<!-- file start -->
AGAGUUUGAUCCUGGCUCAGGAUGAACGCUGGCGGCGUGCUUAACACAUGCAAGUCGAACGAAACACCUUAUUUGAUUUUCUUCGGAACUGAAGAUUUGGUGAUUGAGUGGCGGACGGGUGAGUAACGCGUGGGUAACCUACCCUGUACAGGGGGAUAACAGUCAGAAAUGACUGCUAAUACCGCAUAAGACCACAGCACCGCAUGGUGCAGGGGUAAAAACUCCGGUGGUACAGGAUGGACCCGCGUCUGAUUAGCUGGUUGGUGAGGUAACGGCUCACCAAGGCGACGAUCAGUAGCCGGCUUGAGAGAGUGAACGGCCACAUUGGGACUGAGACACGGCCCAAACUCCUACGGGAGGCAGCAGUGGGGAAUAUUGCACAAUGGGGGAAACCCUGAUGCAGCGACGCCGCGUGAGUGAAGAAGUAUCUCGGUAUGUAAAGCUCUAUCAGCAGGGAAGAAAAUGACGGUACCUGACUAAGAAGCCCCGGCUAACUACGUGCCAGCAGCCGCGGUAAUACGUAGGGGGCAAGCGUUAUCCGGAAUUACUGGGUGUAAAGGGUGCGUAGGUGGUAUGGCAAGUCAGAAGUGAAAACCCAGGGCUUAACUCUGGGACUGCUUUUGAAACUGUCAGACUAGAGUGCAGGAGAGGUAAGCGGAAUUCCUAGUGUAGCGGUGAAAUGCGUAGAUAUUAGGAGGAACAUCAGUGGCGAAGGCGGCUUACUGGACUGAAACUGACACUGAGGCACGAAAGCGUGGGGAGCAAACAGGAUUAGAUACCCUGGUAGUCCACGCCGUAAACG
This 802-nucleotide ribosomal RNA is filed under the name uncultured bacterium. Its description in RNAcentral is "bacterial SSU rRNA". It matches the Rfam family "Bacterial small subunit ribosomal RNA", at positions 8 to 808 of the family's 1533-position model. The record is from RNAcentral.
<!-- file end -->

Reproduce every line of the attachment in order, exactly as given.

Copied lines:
AGAGUUUGAUCCUGGCUCAGGAUGAACGCUGGCGGCGUGCUUAACACAUGCAAGUCGAACGAAACACCUUAUUUGAUUUUCUUCGGAACUGAAGAUUUGGUGAUUGAGUGGCGGACGGGUGAGUAACGCGUGGGUAACCUACCCUGUACAGGGGGAUAACAGUCAGAAAUGACUGCUAAUACCGCAUAAGACCACAGCACCGCAUGGUGCAGGGGUAAAAACUCCGGUGGUACAGGAUGGACCCGCGUCUGAUUAGCUGGUUGGUGAGGUAACGGCUCACCAAGGCGACGAUCAGUAGCCGGCUUGAGAGAGUGAACGGCCACAUUGGGACUGAGACACGGCCCAAACUCCUACGGGAGGCAGCAGUGGGGAAUAUUGCACAAUGGGGGAAACCCUGAUGCAGCGACGCCGCGUGAGUGAAGAAGUAUCUCGGUAUGUAAAGCUCUAUCAGCAGGGAAGAAAAUGACGGUACCUGACUAAGAAGCCCCGGCUAACUACGUGCCAGCAGCCGCGGUAAUACGUAGGGGGCAAGCGUUAUCCGGAAUUACUGGGUGUAAAGGGUGCGUAGGUGGUAUGGCAAGUCAGAAGUGAAAACCCAGGGCUUAACUCUGGGACUGCUUUUGAAACUGUCAGACUAGAGUGCAGGAGAGGUAAGCGGAAUUCCUAGUGUAGCGGUGAAAUGCGUAGAUAUUAGGAGGAACAUCAGUGGCGAAGGCGGCUUACUGGACUGAAACUGACACUGAGGCACGAAAGCGUGGGGAGCAAACAGGAUUAGAUACCCUGGUAGUCCACGCCGUAAACG
This 802-nucleotide ribosomal RNA is filed under the name uncultured bacterium. Its description in RNAcentral is "bacterial SSU rRNA". It matches the Rfam family "Bacterial small subunit ribosomal RNA", at positions 8 to 808 of the family's 1533-position model. The record is from RNAcentral.